You are what you say you are – not what they say you are

My updating isn’t as regular as I would like it to be but that’s because I’ve been working on my first real article.

A couple of months ago I was approached to write an article on disability and sexuality for a new magazine. Wow! I was so flattered especially because I really respect the person who asked me. Also, to be published in a magazine is something that I thought would never happen. Hey, I’m not even a journalist.

Anyway, before saying yes I asked a few people if they thought it was a good idea. They thought it was a good idea, but was I really up for the challenge?

Writing for my blog is easy. I get to choose the topic, the style and the word limit. I tend to focus on one topic at a time and I keep it pretty tight and focused.

 I tend to under value my skills and so when I first started working I did a lot of research. Finding information online, approaching complete strangers and asking them extremely personal questions. I did all this before coming up with a plan or concept which is probably the right way to get started, but I think you need a vague idea as to what you want to write as that will direct your reading.

On this journey I found out a couple of things about myself and about other disabled people. I probably shouldn’t share them with you now as I would prefer you read the article instead.

I will mention that while feeling sexy is meant to come from within, so many people feel that way when it comes from somebody else. It seems that it is easier to believe something when you get confirmation from someone else.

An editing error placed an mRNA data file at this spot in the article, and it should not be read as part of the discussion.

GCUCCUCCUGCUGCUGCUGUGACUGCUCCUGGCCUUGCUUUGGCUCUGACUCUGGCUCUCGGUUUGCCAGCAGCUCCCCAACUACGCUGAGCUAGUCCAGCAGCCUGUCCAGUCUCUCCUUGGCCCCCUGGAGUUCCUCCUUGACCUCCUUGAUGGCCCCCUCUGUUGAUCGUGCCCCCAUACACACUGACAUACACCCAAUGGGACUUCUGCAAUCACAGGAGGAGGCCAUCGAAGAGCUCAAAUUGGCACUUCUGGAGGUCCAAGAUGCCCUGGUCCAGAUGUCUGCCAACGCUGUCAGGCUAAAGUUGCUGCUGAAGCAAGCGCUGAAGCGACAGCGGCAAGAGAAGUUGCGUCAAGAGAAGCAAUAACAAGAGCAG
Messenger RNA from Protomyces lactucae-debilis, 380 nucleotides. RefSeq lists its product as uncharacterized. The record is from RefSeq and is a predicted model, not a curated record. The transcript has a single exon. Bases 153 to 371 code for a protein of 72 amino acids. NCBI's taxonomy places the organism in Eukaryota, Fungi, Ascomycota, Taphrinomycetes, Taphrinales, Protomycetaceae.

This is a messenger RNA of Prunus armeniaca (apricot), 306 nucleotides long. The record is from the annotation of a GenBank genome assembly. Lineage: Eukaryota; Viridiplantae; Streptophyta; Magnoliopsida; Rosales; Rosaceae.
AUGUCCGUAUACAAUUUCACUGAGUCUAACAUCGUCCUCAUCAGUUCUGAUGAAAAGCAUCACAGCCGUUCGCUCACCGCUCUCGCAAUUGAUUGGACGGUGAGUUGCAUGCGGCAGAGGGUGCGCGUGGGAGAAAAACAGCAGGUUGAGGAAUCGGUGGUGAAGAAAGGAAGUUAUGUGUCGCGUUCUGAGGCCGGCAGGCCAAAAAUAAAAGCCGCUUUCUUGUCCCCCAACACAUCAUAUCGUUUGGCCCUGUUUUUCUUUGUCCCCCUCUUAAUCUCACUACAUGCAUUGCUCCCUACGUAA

But I don’t think this just relates to people with a disability. Most of us rely on the opinion of others to feel good about ourselves – myself included.

This saddens me.

I remember once reading that saying positive affirmations while looking in the mirror can help change your way of thinking. “My hair is lush, thick and healthy”; “my freckles are cute and give me character,” etc. Not just saying it once and that’s it, but saying it a few times in a row over a period of time. This will help reinforce the thoughts and hopefully you will believe it over time.

So maybe that’s the way to start but there has to be more. I have to tell you that I’ve been making some changes to my appearance. I now wear my contact lenses most days, have my eyelashes tinted and have my hair blow waved regularly. Looking good does make me feel better about myself. I am also working out regularly along with doing physio twice a week.

Feeling and looking good shouldn’t be based on what other people say. It should be based on the work you put into yourself.

It seems to be working for me.

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